There’s plenty for us all to learn about the need for preparation and anticipation just from watching Chloe Smith’s disastrous interview with Jeremy Paxman on Newsnight (Tuesday 26 June 2012).
The lesson is true for government ministers, but it’s just as relevant for writers who are struggling to fully prepare their characters for the story they find themselves in. Paxman is the supreme detector of those with flaws to expose. If you missed the live interview, and want to see him at work, there’s an edited three minute version on the BBC’s site or you can watch a more complete version below.
There’s plenty for the writer to learn about preparing the characters they create in fiction. If the character has been created with unintentional flaws, weaknesses or inconsistencies, they haven’t got a chance of putting a compelling case across to the reader. Not every reader is going to sniff out weakness like a Paxman, but it’s safe to assume that your characters will eventually get into trouble too if they are not fully prepared.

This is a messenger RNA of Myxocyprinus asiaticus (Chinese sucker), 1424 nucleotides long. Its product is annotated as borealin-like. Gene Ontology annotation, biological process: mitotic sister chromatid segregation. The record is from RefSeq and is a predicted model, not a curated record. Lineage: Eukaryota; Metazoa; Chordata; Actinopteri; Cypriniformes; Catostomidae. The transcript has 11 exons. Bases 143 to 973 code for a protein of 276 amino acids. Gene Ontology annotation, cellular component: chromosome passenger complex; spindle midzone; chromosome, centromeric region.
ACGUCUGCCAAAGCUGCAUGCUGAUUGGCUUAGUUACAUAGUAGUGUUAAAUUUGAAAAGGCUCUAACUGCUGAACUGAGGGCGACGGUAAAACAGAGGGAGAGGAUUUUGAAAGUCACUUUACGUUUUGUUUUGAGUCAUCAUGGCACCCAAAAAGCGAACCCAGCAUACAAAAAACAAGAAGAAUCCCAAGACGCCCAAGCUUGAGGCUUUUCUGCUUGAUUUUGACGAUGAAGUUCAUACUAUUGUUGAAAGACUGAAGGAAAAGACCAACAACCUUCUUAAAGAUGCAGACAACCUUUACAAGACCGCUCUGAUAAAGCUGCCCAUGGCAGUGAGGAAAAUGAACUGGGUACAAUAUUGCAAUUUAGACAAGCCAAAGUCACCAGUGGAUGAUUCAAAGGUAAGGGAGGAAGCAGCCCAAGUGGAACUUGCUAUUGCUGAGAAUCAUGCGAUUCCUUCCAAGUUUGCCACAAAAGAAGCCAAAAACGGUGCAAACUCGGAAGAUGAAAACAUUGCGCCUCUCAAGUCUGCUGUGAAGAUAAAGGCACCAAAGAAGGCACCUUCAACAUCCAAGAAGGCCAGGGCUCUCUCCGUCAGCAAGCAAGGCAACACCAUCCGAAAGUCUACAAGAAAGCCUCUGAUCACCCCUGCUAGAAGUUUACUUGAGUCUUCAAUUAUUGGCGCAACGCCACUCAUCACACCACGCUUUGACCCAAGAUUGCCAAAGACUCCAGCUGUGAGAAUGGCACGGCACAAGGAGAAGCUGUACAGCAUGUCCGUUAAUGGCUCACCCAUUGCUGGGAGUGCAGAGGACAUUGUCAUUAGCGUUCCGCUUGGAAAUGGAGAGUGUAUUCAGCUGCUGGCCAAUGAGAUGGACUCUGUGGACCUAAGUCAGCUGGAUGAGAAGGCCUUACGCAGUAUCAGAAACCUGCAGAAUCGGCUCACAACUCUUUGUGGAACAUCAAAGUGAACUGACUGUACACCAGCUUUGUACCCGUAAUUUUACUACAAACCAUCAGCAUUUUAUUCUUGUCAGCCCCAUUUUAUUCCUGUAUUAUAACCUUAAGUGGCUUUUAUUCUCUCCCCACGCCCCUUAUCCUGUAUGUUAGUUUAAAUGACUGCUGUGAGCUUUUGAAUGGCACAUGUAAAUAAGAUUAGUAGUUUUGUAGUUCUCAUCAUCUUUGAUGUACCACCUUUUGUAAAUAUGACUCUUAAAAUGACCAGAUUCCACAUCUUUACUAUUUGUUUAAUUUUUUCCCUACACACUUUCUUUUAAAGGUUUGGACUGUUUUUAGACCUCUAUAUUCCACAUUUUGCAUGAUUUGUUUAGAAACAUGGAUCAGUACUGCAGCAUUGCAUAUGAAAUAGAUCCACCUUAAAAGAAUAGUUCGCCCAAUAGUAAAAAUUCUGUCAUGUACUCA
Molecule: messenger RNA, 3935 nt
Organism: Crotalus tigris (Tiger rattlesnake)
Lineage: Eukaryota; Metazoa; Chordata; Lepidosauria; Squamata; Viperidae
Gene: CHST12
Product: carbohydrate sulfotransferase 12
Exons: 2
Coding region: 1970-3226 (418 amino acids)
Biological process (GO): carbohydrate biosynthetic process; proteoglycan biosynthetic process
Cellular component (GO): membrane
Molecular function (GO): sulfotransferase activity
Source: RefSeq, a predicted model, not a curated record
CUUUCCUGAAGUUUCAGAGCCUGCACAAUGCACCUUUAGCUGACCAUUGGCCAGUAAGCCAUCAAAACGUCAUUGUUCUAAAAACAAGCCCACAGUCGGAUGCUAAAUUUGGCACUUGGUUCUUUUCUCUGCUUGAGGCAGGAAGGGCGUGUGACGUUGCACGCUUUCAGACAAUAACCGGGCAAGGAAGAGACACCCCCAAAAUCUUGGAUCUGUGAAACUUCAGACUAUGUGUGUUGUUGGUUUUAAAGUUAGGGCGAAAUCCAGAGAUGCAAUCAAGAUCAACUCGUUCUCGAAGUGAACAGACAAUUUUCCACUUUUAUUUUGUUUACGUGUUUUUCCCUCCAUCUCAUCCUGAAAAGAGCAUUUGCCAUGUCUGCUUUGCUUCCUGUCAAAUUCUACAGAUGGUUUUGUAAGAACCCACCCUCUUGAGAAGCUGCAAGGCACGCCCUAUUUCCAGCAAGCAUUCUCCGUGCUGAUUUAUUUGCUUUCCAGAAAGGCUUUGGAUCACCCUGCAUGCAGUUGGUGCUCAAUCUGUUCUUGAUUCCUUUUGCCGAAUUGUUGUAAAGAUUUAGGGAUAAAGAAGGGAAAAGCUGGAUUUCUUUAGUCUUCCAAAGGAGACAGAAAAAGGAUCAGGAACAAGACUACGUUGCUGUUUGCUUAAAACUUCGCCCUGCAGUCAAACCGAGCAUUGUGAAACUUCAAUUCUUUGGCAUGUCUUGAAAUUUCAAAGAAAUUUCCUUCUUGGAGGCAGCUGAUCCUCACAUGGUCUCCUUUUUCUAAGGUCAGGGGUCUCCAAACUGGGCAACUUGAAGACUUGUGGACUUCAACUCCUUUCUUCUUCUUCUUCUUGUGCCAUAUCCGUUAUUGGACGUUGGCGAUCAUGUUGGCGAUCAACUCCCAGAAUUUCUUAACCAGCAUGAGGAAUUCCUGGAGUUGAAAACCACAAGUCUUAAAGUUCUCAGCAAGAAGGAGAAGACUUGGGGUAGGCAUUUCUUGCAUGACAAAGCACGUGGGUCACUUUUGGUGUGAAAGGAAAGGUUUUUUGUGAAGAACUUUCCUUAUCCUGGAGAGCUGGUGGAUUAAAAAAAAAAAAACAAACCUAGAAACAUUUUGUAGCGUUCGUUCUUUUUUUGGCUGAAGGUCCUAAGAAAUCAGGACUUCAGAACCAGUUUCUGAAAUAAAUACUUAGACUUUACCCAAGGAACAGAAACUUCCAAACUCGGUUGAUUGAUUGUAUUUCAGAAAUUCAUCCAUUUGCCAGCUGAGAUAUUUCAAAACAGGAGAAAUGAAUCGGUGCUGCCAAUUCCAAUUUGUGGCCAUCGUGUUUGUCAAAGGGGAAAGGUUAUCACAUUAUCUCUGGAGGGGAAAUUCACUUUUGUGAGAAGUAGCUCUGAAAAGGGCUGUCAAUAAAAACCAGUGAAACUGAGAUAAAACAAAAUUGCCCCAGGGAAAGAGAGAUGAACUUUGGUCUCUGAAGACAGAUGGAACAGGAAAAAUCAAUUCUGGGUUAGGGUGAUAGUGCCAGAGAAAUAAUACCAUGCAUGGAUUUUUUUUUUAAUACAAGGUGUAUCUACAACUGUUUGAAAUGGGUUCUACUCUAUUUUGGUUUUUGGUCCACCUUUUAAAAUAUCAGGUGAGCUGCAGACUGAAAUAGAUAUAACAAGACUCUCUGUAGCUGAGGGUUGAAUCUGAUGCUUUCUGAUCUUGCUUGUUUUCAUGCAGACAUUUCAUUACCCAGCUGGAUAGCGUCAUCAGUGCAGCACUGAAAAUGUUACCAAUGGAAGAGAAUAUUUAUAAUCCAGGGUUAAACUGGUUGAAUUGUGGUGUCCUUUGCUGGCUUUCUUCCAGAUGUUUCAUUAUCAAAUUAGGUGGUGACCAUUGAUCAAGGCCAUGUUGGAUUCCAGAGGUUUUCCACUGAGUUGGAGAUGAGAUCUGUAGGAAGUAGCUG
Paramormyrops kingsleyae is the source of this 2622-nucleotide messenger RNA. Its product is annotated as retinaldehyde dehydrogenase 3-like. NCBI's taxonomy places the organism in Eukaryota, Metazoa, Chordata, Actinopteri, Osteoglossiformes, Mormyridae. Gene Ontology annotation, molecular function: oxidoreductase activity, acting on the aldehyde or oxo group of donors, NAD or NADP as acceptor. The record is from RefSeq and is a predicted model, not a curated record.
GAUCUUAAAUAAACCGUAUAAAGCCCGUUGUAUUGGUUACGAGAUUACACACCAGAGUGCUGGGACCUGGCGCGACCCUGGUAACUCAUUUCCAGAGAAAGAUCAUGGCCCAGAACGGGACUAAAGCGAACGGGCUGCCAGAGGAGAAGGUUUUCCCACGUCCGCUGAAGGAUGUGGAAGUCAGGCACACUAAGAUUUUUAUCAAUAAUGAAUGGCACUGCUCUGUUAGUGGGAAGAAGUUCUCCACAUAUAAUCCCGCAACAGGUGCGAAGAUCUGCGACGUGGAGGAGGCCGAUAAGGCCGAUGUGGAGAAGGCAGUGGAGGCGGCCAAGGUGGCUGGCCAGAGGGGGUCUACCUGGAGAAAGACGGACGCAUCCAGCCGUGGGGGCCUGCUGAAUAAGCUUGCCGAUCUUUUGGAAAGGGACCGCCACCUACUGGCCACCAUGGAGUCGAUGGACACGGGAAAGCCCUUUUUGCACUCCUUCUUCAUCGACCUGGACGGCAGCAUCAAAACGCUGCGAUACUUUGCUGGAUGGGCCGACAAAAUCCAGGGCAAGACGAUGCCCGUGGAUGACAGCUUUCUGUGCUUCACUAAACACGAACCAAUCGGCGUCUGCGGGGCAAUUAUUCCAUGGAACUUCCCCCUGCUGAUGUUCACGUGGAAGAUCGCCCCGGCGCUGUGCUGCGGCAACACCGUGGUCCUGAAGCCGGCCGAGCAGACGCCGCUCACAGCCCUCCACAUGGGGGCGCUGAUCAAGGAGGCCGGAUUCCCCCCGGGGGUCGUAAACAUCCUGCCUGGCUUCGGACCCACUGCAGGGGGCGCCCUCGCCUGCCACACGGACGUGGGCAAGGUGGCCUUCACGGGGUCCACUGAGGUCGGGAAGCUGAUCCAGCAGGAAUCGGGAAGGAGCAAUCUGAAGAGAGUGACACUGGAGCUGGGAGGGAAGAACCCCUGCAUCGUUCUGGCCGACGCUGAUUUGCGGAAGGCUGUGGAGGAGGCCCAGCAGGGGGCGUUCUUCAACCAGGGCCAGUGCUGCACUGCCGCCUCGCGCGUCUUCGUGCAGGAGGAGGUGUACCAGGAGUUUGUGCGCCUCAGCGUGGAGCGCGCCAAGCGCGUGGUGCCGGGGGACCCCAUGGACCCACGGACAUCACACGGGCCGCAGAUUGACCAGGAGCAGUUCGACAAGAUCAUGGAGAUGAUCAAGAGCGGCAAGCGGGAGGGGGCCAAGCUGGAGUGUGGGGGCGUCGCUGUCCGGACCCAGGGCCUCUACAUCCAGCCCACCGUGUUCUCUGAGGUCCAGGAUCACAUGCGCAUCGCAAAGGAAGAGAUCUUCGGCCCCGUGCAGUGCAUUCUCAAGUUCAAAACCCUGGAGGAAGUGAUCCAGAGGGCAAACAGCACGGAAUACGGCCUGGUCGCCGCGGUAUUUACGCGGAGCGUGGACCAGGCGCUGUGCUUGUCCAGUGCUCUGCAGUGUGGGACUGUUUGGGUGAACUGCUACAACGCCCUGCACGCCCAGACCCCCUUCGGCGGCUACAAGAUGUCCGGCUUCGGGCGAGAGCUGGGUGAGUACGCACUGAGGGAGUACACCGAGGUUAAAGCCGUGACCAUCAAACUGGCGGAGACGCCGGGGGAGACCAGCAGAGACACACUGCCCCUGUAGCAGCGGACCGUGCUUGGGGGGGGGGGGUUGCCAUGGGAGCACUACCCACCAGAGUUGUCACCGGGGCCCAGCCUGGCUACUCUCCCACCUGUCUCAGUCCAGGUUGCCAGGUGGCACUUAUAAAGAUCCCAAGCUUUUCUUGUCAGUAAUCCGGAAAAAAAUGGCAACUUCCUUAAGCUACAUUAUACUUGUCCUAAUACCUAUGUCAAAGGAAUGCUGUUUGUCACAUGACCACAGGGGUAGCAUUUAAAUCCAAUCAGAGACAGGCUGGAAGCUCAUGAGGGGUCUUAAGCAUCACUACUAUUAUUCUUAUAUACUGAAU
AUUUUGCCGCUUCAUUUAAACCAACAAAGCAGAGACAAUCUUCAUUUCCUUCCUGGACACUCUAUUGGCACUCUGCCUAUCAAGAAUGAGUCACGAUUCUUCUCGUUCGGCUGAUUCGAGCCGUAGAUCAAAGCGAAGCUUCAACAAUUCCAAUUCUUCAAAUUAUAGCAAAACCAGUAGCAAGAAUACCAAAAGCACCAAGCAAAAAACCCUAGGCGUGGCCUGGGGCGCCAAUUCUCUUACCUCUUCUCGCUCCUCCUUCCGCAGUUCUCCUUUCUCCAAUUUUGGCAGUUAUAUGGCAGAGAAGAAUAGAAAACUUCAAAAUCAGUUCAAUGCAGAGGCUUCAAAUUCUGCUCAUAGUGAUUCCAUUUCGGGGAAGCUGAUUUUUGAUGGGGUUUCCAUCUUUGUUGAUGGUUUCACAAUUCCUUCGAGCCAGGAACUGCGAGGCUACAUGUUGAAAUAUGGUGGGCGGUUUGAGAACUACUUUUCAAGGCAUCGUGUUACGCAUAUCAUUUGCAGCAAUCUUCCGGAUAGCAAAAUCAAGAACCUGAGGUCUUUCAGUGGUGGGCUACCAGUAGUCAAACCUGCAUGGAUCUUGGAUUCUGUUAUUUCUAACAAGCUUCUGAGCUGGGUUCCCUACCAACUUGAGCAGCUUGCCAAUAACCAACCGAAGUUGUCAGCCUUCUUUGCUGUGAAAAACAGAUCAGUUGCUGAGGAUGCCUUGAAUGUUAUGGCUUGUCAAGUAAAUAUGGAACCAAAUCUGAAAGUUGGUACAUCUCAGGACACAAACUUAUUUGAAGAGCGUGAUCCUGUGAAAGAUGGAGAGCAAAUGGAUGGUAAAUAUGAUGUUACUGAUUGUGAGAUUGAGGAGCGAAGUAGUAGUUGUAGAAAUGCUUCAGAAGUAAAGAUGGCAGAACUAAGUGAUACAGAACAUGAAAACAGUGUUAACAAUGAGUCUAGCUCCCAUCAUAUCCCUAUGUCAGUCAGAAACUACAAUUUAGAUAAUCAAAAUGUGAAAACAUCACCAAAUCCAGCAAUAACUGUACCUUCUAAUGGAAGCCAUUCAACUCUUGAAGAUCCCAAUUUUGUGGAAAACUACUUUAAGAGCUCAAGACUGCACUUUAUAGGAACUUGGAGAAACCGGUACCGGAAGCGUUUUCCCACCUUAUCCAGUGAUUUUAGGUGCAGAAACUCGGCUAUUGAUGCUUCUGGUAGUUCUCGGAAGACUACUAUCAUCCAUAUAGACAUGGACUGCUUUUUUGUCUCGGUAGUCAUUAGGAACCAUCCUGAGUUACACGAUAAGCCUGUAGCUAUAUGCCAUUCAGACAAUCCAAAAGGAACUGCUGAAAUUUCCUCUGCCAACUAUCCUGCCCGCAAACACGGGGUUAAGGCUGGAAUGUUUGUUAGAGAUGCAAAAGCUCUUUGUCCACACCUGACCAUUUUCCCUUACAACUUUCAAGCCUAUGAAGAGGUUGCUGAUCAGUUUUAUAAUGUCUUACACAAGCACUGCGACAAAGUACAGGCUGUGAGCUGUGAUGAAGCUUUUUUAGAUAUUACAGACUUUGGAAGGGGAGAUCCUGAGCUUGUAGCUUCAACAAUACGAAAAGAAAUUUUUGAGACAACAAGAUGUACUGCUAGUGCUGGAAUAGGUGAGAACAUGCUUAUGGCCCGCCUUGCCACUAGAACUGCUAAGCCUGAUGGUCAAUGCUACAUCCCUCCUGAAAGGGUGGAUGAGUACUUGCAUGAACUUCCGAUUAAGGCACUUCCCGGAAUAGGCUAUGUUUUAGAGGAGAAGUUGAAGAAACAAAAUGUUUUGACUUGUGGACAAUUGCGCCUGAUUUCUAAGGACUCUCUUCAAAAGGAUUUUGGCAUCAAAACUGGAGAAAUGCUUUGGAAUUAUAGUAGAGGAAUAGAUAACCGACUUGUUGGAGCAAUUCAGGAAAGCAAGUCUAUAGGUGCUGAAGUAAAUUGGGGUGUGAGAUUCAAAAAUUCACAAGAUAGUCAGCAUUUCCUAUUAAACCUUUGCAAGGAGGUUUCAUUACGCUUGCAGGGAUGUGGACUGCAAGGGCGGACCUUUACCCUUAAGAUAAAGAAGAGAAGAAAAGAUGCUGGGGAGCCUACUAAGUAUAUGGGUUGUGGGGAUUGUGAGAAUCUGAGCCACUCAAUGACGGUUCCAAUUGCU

So how best can you prepare them?
One way is to give them a virtual interview with a fictional version of Mr Paxman. Sit them down in a virtual Newsnight studio and make sure they get a good grilling. Points to note are:
- They’ve got to be well prepared to explain their actions and motivation in the story
- Make sure they have their back story well rehearsed. If there’s a lot to it, make sure they know the details and don’t make contradictory statements at different points in the story.
- Ask them questions they don’t expect to be asked. No point in asking them what they want to answer. Press them hard to see what they are made of.
- If they evade a question, just ask them the same thing again and again until they tell you why thy behave as they do.
It might seem cruel to expose one of your creations to this sort of experience, but it’s better to do it the safety of a virtual interview instead of leaving it to the reader to find the flaws.
Of course, they’ve got to be ready for the Paxman test or there’s no point in putting them through it. And if they aren’t ready, then unlike the Chancellor, you might want to consider putting yourself forward for the interview instead.